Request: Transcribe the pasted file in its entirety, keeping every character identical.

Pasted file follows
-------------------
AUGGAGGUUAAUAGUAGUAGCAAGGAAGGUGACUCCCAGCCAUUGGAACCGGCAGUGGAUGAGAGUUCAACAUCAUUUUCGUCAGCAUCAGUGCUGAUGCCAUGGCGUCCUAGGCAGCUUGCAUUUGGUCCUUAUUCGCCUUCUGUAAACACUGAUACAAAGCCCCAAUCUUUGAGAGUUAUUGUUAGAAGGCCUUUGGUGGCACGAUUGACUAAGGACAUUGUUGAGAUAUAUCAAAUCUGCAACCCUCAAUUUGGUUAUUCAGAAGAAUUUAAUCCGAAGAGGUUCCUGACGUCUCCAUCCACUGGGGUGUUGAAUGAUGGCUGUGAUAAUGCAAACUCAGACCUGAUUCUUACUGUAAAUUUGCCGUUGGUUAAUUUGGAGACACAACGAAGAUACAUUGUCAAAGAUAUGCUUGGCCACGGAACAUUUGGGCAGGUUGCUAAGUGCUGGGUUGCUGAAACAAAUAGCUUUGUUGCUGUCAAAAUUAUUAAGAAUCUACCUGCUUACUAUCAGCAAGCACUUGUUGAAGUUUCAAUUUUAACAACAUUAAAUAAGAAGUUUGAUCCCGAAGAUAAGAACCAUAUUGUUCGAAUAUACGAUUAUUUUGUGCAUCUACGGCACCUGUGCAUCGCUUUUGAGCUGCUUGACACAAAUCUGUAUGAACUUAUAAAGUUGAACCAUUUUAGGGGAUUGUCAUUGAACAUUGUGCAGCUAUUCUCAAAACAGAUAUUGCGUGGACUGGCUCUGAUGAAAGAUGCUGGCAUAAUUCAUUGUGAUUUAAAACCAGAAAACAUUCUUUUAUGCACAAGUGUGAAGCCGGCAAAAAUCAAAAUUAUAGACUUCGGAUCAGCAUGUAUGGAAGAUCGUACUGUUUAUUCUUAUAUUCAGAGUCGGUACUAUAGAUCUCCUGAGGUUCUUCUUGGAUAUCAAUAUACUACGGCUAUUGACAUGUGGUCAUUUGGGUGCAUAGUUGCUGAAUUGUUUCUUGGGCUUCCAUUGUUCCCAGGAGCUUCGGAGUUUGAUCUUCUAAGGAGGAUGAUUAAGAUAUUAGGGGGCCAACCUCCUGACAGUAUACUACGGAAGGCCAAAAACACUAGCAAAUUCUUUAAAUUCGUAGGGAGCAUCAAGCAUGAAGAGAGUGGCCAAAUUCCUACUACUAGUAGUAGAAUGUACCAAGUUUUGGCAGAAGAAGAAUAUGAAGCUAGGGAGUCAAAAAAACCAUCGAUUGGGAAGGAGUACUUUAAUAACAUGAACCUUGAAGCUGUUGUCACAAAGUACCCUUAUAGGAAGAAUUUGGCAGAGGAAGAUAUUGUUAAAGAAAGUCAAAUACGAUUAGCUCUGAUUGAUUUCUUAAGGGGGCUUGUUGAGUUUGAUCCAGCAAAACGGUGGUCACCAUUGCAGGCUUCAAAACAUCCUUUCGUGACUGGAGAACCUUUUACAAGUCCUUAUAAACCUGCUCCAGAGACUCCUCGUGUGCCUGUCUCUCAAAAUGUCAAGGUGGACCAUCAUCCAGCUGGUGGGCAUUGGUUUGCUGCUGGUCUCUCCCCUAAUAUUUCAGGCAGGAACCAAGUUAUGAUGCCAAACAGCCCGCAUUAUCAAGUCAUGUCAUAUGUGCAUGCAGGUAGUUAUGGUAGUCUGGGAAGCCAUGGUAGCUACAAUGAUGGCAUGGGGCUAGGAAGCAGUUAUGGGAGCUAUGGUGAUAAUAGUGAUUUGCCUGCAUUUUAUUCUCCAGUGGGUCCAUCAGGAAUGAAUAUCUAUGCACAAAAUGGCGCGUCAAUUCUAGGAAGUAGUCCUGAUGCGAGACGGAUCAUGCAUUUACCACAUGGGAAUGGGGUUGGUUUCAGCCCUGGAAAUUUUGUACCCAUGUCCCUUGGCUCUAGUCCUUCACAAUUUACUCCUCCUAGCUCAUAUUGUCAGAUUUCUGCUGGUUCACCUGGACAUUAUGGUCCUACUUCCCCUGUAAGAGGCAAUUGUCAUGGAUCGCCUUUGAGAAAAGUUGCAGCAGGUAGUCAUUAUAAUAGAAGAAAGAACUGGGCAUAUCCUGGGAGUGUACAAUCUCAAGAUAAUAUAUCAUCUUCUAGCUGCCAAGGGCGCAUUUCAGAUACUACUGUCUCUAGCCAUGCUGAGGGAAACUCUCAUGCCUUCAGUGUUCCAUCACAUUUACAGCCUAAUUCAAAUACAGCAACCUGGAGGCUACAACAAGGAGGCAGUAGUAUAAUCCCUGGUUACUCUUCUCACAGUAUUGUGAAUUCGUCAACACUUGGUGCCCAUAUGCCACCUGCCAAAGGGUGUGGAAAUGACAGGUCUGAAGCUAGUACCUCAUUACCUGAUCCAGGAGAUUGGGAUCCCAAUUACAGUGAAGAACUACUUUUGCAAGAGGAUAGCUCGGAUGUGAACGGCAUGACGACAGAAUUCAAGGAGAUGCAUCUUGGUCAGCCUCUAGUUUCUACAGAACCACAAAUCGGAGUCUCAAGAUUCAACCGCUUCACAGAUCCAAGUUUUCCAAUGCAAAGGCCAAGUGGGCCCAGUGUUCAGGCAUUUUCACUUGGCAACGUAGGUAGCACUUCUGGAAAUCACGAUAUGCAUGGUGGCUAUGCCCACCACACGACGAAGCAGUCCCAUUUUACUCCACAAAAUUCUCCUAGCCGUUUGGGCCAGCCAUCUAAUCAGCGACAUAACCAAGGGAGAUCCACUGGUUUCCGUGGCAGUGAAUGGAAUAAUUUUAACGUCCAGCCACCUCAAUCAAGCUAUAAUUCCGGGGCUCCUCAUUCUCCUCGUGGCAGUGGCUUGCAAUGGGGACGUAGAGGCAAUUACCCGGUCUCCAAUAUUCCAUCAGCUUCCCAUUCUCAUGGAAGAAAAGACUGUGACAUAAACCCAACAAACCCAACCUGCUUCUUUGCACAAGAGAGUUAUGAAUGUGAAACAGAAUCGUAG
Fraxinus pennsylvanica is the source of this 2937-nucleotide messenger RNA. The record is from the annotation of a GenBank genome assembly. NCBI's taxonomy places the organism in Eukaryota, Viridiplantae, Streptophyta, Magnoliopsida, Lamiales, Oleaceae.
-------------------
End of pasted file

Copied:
AUGGAGGUUAAUAGUAGUAGCAAGGAAGGUGACUCCCAGCCAUUGGAACCGGCAGUGGAUGAGAGUUCAACAUCAUUUUCGUCAGCAUCAGUGCUGAUGCCAUGGCGUCCUAGGCAGCUUGCAUUUGGUCCUUAUUCGCCUUCUGUAAACACUGAUACAAAGCCCCAAUCUUUGAGAGUUAUUGUUAGAAGGCCUUUGGUGGCACGAUUGACUAAGGACAUUGUUGAGAUAUAUCAAAUCUGCAACCCUCAAUUUGGUUAUUCAGAAGAAUUUAAUCCGAAGAGGUUCCUGACGUCUCCAUCCACUGGGGUGUUGAAUGAUGGCUGUGAUAAUGCAAACUCAGACCUGAUUCUUACUGUAAAUUUGCCGUUGGUUAAUUUGGAGACACAACGAAGAUACAUUGUCAAAGAUAUGCUUGGCCACGGAACAUUUGGGCAGGUUGCUAAGUGCUGGGUUGCUGAAACAAAUAGCUUUGUUGCUGUCAAAAUUAUUAAGAAUCUACCUGCUUACUAUCAGCAAGCACUUGUUGAAGUUUCAAUUUUAACAACAUUAAAUAAGAAGUUUGAUCCCGAAGAUAAGAACCAUAUUGUUCGAAUAUACGAUUAUUUUGUGCAUCUACGGCACCUGUGCAUCGCUUUUGAGCUGCUUGACACAAAUCUGUAUGAACUUAUAAAGUUGAACCAUUUUAGGGGAUUGUCAUUGAACAUUGUGCAGCUAUUCUCAAAACAGAUAUUGCGUGGACUGGCUCUGAUGAAAGAUGCUGGCAUAAUUCAUUGUGAUUUAAAACCAGAAAACAUUCUUUUAUGCACAAGUGUGAAGCCGGCAAAAAUCAAAAUUAUAGACUUCGGAUCAGCAUGUAUGGAAGAUCGUACUGUUUAUUCUUAUAUUCAGAGUCGGUACUAUAGAUCUCCUGAGGUUCUUCUUGGAUAUCAAUAUACUACGGCUAUUGACAUGUGGUCAUUUGGGUGCAUAGUUGCUGAAUUGUUUCUUGGGCUUCCAUUGUUCCCAGGAGCUUCGGAGUUUGAUCUUCUAAGGAGGAUGAUUAAGAUAUUAGGGGGCCAACCUCCUGACAGUAUACUACGGAAGGCCAAAAACACUAGCAAAUUCUUUAAAUUCGUAGGGAGCAUCAAGCAUGAAGAGAGUGGCCAAAUUCCUACUACUAGUAGUAGAAUGUACCAAGUUUUGGCAGAAGAAGAAUAUGAAGCUAGGGAGUCAAAAAAACCAUCGAUUGGGAAGGAGUACUUUAAUAACAUGAACCUUGAAGCUGUUGUCACAAAGUACCCUUAUAGGAAGAAUUUGGCAGAGGAAGAUAUUGUUAAAGAAAGUCAAAUACGAUUAGCUCUGAUUGAUUUCUUAAGGGGGCUUGUUGAGUUUGAUCCAGCAAAACGGUGGUCACCAUUGCAGGCUUCAAAACAUCCUUUCGUGACUGGAGAACCUUUUACAAGUCCUUAUAAACCUGCUCCAGAGACUCCUCGUGUGCCUGUCUCUCAAAAUGUCAAGGUGGACCAUCAUCCAGCUGGUGGGCAUUGGUUUGCUGCUGGUCUCUCCCCUAAUAUUUCAGGCAGGAACCAAGUUAUGAUGCCAAACAGCCCGCAUUAUCAAGUCAUGUCAUAUGUGCAUGCAGGUAGUUAUGGUAGUCUGGGAAGCCAUGGUAGCUACAAUGAUGGCAUGGGGCUAGGAAGCAGUUAUGGGAGCUAUGGUGAUAAUAGUGAUUUGCCUGCAUUUUAUUCUCCAGUGGGUCCAUCAGGAAUGAAUAUCUAUGCACAAAAUGGCGCGUCAAUUCUAGGAAGUAGUCCUGAUGCGAGACGGAUCAUGCAUUUACCACAUGGGAAUGGGGUUGGUUUCAGCCCUGGAAAUUUUGUACCCAUGUCCCUUGGCUCUAGUCCUUCACAAUUUACUCCUCCUAGCUCAUAUUGUCAGAUUUCUGCUGGUUCACCUGGACAUUAUGGUCCUACUUCCCCUGUAAGAGGCAAUUGUCAUGGAUCGCCUUUGAGAAAAGUUGCAGCAGGUAGUCAUUAUAAUAGAAGAAAGAACUGGGCAUAUCCUGGGAGUGUACAAUCUCAAGAUAAUAUAUCAUCUUCUAGCUGCCAAGGGCGCAUUUCAGAUACUACUGUCUCUAGCCAUGCUGAGGGAAACUCUCAUGCCUUCAGUGUUCCAUCACAUUUACAGCCUAAUUCAAAUACAGCAACCUGGAGGCUACAACAAGGAGGCAGUAGUAUAAUCCCUGGUUACUCUUCUCACAGUAUUGUGAAUUCGUCAACACUUGGUGCCCAUAUGCCACCUGCCAAAGGGUGUGGAAAUGACAGGUCUGAAGCUAGUACCUCAUUACCUGAUCCAGGAGAUUGGGAUCCCAAUUACAGUGAAGAACUACUUUUGCAAGAGGAUAGCUCGGAUGUGAACGGCAUGACGACAGAAUUCAAGGAGAUGCAUCUUGGUCAGCCUCUAGUUUCUACAGAACCACAAAUCGGAGUCUCAAGAUUCAACCGCUUCACAGAUCCAAGUUUUCCAAUGCAAAGGCCAAGUGGGCCCAGUGUUCAGGCAUUUUCACUUGGCAACGUAGGUAGCACUUCUGGAAAUCACGAUAUGCAUGGUGGCUAUGCCCACCACACGACGAAGCAGUCCCAUUUUACUCCACAAAAUUCUCCUAGCCGUUUGGGCCAGCCAUCUAAUCAGCGACAUAACCAAGGGAGAUCCACUGGUUUCCGUGGCAGUGAAUGGAAUAAUUUUAACGUCCAGCCACCUCAAUCAAGCUAUAAUUCCGGGGCUCCUCAUUCUCCUCGUGGCAGUGGCUUGCAAUGGGGACGUAGAGGCAAUUACCCGGUCUCCAAUAUUCCAUCAGCUUCCCAUUCUCAUGGAAGAAAAGACUGUGACAUAAACCCAACAAACCCAACCUGCUUCUUUGCACAAGAGAGUUAUGAAUGUGAAACAGAAUCGUAG
Fraxinus pennsylvanica is the source of this 2937-nucleotide messenger RNA. The record is from the annotation of a GenBank genome assembly. NCBI's taxonomy places the organism in Eukaryota, Viridiplantae, Streptophyta, Magnoliopsida, Lamiales, Oleaceae.